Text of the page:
Assorted links

1. Valentine homage to Romer, and a continuous time approach (is it?), and PubMed research papers related to Valentine’s Day.   Here are data on spending.  Here is a Chris Coyne video on the economics of Valentine’s Day; it is a non-Hansonian, non-Keynesian, Treasury view of the day, he is not impressed by a one-time increase in monetary velocity.

3. What science looks like.

4. Peter Conti-Brown on elective shareholder liability.

5. Flying-Bridge Motorhome.

5. Richard Thaler defends fun.

Comments

3. What science looks like.

Thank you for that link - immediately forwarded it to my daughter who loves science.

(What happened to 2.?)

To be perfectly grouchy about it, a lot of those people are not and never will be scientists. Certainly prejudiced against Asian guys.

"The moral here is simple. If governments want to encourage good citizenship, they should try making the desired behavior more fun."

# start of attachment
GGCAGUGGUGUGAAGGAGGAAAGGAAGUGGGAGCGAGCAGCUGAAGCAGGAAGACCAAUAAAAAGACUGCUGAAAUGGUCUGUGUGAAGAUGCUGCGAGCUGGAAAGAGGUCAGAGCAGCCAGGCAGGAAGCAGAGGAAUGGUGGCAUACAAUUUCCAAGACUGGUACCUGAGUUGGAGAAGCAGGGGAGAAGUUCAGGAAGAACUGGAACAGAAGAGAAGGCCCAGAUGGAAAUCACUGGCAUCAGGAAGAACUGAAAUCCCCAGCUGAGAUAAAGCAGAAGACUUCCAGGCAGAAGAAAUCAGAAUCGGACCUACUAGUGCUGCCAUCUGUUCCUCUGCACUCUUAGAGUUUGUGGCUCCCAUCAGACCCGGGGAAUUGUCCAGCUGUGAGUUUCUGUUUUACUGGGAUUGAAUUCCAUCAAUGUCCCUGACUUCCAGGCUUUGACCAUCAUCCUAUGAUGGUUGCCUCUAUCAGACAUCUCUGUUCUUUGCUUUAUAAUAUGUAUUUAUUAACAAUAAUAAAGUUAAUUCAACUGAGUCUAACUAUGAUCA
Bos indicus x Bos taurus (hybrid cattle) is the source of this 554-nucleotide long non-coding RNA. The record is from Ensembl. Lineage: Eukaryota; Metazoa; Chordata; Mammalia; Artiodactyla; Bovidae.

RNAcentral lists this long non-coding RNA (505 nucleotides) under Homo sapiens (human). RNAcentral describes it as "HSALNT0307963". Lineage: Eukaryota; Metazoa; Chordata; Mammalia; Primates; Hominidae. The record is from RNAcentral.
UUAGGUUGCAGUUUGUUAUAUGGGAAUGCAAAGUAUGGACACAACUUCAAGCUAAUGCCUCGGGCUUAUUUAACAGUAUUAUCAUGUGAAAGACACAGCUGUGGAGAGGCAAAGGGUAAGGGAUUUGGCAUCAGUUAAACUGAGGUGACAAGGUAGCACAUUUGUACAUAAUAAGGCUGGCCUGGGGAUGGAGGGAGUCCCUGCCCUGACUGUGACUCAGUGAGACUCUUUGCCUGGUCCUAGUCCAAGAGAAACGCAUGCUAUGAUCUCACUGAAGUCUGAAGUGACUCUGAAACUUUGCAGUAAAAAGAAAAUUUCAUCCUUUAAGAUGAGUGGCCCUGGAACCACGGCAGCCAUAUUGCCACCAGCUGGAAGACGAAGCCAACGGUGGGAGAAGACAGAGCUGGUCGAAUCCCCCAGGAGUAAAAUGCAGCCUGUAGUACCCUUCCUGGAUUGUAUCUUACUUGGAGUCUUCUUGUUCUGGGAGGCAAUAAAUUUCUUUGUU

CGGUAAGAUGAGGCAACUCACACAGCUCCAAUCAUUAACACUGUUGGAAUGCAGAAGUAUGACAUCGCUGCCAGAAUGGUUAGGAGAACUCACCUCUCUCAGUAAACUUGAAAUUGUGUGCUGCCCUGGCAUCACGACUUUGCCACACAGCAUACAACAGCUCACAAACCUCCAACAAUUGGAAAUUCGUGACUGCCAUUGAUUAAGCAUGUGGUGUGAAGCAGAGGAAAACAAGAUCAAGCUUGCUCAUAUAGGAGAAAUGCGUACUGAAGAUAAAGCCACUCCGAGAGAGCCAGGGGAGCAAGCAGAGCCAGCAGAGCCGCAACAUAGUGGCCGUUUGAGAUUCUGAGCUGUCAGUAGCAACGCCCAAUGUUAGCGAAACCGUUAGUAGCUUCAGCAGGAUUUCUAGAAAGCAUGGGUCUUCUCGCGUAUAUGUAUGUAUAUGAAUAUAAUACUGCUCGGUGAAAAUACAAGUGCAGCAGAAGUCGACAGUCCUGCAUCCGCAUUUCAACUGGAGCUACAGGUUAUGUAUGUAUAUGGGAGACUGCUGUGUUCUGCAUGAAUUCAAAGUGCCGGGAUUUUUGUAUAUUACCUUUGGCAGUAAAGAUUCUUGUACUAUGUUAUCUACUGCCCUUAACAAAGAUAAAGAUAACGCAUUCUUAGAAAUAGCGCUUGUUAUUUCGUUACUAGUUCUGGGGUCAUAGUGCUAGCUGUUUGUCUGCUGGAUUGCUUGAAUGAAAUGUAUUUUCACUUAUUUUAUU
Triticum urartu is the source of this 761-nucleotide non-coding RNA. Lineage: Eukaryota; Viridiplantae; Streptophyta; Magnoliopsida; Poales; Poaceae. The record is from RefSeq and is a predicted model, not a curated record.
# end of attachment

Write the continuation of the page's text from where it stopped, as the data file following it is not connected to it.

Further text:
Even if assuming governments know what "good citizenship" actually is, its none of his business.

Governments (with partisans on all sides) sought to encourage the "good citizenship" of home ownership.

Governments (with partisans on all sides) sought to encourage the “good citizenship” of home ownership. How'd that work out.

(4) Rhetorical flourish aside (do legal academics always write like this?!?), Conti-Brown is simply saying credit risk should be moved to more closely regulated Exchange clearinghouses. It is not at all clear that the problem would be solved; more likely simply moved from one manifestation to a different one. See e.g. Craig Pirrong:
http://www.cato.org/pubs/regulation/regv31n4/v31n4-1.pdf
and also his working paper published by the ISDA (2011)
http://www.cba.uh.edu/spirrong/clearing_organization.pdf

Number 3 is emetic.

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